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Kirk Cameron and Sean Spicer’s dubious quest to ‘win back Story Hour’

The actor and former Trump staffer came to Washington to spread their values — and promote their books. Few seemed to care.

Actor and author Kirk Cameron hands a copy of his new children’s book, “As You Grow,” to a young reader at the Cleveland Park Neighborhood Library in D.C. on Wednesday. (Ron Charles/The Washington Post)
4 min

Behold. Kirk Cameron and Brave Books, a conservative publisher of children’s stories, have teamed up “to win back Story Hour and stand up for truth and Biblical values.”

The evangelical actor, best known for his appearance on “Growing Pains” in a previous century, has been traveling around the country promoting his new Brave picture book, “As You Grow.”

Cameron markets his Freedom Island Tour as a wholesome alternative to the Drag Queen Story Hours promoted by woke Marxist librarians. Christian patriots, supposedly imperiled and opposed by a godless state, are encouraged to attend not merely to hear children’s books but to demonstrate their allegiance.

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The Brave Books website says, “It take courage to stand up for truth.” It take grammar, too, but God works in mysterious ways.

Wednesday morning, the Freedom Island Tour came to the Cleveland Park Neighborhood Library in D.C. to vanquish the arrayed forces of evil. But the forces of evil never arrayed. Instead of angry protesters, Cameron and his fellow Brave authors confronted a mostly empty sidewalk. Misinformation purveyor Jack Posobiec, author of “The Island of Free Ice Cream,” spoke ominously of the recent “Christian massacre” at a Nashville elementary school. “If we back down,” he warned, “they win.”

At least seven uniformed police officers and several members of a private security team wandered back and forth. Apparently, this is what winning looks like.

Inside the library’s large meeting room, there were more adults than children. The publisher’s staff scurried around trying to divine where everybody might be. It was perplexing: Five hundred people had reportedly attended an earlier stop in Fayetteville, Ark. “Is it spring break?” someone asked.

By 10:30 — starting time — nine children had arrived. One little girl was singing “Jingle Bells.” At least the War on Christmas wasn’t winning.

Brave Books is a brand fueled by a classic right-wing cocktail of aggrievement and triumphalism. Its picture books, populated by talking, well-dressed animals, are a mix of morality tales, Ayn Rand fever dreams and Trump talking points. Cameron’s “As You Grow,” a story about caring for others, is the blandest of the bunch. Posobiec’s book warns children against the specious promises of lupine communists. Chaya Raichik, the Libs of TikTok star, was on hand to read “No More Secrets: The Candy Cavern,” her woolly parable about groomers in school.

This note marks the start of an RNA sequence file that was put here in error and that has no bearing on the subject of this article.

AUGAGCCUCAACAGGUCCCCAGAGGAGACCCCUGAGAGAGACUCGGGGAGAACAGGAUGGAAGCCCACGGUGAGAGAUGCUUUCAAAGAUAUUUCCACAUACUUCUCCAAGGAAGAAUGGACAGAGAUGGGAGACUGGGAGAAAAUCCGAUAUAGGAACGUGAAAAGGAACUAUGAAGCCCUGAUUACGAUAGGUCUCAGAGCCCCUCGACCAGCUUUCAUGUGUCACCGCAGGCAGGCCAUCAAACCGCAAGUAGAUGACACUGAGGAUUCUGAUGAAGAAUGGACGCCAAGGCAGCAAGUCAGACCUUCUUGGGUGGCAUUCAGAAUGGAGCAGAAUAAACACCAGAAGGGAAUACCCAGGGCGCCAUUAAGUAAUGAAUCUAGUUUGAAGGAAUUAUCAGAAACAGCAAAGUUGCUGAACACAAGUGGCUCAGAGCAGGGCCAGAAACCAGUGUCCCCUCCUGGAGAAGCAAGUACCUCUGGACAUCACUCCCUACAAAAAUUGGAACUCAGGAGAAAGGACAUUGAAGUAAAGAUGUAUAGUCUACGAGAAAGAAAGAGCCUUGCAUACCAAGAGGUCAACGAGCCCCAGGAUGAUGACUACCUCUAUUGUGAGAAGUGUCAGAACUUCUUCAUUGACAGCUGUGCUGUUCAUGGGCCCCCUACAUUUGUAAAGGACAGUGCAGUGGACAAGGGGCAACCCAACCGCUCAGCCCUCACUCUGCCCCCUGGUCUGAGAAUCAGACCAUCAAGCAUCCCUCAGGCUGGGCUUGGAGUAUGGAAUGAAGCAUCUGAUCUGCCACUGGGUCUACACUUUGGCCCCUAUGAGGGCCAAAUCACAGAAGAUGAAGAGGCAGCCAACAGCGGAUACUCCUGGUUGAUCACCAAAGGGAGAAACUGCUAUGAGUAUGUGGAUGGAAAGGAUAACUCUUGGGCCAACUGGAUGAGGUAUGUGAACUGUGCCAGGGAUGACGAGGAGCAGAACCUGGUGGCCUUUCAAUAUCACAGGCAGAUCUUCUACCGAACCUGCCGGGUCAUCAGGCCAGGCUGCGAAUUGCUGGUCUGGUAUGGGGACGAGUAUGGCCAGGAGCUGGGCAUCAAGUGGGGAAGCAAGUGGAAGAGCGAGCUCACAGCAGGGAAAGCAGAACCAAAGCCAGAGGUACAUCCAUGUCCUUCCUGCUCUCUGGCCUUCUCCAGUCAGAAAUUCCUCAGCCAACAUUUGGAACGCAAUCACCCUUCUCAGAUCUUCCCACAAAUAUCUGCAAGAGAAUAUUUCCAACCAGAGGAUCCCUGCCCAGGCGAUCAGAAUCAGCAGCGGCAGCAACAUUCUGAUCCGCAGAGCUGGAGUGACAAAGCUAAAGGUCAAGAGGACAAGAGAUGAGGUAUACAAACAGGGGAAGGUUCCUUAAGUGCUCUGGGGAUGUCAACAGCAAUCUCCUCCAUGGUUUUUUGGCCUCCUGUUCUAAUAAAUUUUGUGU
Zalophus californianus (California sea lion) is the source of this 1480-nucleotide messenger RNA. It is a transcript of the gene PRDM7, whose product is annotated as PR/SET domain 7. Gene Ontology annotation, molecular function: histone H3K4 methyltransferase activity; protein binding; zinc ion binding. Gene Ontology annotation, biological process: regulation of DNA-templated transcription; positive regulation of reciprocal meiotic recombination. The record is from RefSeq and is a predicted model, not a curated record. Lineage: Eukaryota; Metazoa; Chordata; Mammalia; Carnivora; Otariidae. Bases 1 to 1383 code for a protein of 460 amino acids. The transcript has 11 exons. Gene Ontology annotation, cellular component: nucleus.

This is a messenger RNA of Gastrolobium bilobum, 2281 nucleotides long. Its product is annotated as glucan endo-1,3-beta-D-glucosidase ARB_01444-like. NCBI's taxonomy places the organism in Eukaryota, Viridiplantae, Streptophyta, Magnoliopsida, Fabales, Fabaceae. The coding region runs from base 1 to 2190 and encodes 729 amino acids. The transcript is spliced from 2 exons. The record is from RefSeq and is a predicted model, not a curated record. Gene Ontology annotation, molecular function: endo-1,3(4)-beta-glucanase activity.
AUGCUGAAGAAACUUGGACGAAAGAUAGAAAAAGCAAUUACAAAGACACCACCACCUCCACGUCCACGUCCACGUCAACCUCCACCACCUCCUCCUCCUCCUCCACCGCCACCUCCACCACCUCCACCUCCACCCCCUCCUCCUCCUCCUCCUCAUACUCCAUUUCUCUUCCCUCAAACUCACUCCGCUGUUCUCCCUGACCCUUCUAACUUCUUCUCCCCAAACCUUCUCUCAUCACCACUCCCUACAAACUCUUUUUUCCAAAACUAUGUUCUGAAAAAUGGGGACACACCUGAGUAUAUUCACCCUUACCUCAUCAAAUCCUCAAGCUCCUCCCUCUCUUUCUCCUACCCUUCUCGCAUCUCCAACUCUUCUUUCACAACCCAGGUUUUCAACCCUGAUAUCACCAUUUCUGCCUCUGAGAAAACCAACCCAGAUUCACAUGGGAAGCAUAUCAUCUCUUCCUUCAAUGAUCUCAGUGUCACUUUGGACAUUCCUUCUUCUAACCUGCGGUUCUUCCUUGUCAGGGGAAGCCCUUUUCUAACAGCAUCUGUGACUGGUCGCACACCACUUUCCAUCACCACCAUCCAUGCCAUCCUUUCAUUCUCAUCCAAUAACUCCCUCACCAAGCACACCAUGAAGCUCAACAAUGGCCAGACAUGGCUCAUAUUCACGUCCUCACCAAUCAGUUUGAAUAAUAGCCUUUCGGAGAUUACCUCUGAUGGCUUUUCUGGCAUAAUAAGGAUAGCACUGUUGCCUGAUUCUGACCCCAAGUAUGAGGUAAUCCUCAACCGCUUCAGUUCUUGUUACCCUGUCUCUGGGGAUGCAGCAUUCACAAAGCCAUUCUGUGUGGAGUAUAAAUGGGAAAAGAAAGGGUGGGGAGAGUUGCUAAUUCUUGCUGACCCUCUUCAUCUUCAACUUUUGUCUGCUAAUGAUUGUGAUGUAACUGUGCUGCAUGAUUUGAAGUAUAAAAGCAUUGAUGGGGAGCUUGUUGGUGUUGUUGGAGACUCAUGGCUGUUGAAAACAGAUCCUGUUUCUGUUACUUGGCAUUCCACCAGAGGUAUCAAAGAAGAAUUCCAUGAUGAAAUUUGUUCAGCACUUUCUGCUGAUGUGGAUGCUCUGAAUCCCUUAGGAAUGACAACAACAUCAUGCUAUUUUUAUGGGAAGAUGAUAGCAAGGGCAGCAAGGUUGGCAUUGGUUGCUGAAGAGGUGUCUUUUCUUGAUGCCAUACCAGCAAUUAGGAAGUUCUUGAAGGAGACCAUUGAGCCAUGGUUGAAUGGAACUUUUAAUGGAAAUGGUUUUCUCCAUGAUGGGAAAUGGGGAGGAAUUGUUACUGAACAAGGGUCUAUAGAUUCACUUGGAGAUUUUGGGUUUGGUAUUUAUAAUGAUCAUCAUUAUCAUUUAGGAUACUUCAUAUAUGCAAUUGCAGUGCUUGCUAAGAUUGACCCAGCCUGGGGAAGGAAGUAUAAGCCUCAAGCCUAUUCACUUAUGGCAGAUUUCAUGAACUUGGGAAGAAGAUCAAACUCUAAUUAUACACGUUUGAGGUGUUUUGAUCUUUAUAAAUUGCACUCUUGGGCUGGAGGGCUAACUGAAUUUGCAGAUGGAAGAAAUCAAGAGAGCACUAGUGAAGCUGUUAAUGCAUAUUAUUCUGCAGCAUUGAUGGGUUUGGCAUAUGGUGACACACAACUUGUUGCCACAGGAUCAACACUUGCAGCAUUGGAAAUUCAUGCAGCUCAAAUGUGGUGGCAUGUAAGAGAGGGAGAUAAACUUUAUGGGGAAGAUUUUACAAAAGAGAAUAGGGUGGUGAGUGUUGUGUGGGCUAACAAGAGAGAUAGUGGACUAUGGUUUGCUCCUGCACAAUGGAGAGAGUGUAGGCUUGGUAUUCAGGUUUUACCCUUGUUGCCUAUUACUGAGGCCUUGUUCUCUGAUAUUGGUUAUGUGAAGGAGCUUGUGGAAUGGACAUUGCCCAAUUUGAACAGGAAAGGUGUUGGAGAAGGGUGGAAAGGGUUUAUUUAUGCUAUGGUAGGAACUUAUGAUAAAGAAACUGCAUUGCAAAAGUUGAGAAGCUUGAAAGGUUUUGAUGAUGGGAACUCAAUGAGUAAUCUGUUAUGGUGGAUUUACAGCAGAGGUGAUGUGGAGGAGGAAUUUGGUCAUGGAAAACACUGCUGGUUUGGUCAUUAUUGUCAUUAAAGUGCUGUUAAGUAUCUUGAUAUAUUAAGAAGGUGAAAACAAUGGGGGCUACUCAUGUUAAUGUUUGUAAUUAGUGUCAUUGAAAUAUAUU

Twenty-five minutes later, Brave founder Trent Talbot announced they would delay another five or six minutes “because there’s a lot of people trying to find a place to park.” Sure. One woman had a cap that said “PRAY.” It seemed like the only remaining option.

As we waited, Brave Books’ creative director led the children in a game of Simon Says. A little girl suggested they should twirl, but he told her that boys don’t twirl; they spin. They do, indeed.

When story time finally started, there were about 17 kids in the room, surrounded by a larger number of adults. Cameron speculated that many people didn’t show up because they were afraid. “But you’re brave,” he told the group, though it wasn’t clear what they’d endured except delay.

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Holding a replica of the National Monument to the Forefathers at Plymouth, Mass., Cameron delivered a brief homily about America as a once and future theocracy.

Sean Spicer, one of President Donald Trump’s press secretaries, came on last to talk about his new picture book, “The Parrots Go Bananas.” It’s a story about the dangers of fake news. Clearly, Brave Books is seeking out experts.

As I stood there watching Spicer trying his darnedest to generate some enthusiasm, I imagined he was looking out at that handful of children and thinking, “This is the largest audience to ever witness a story hour — period — both in person and around the globe.”

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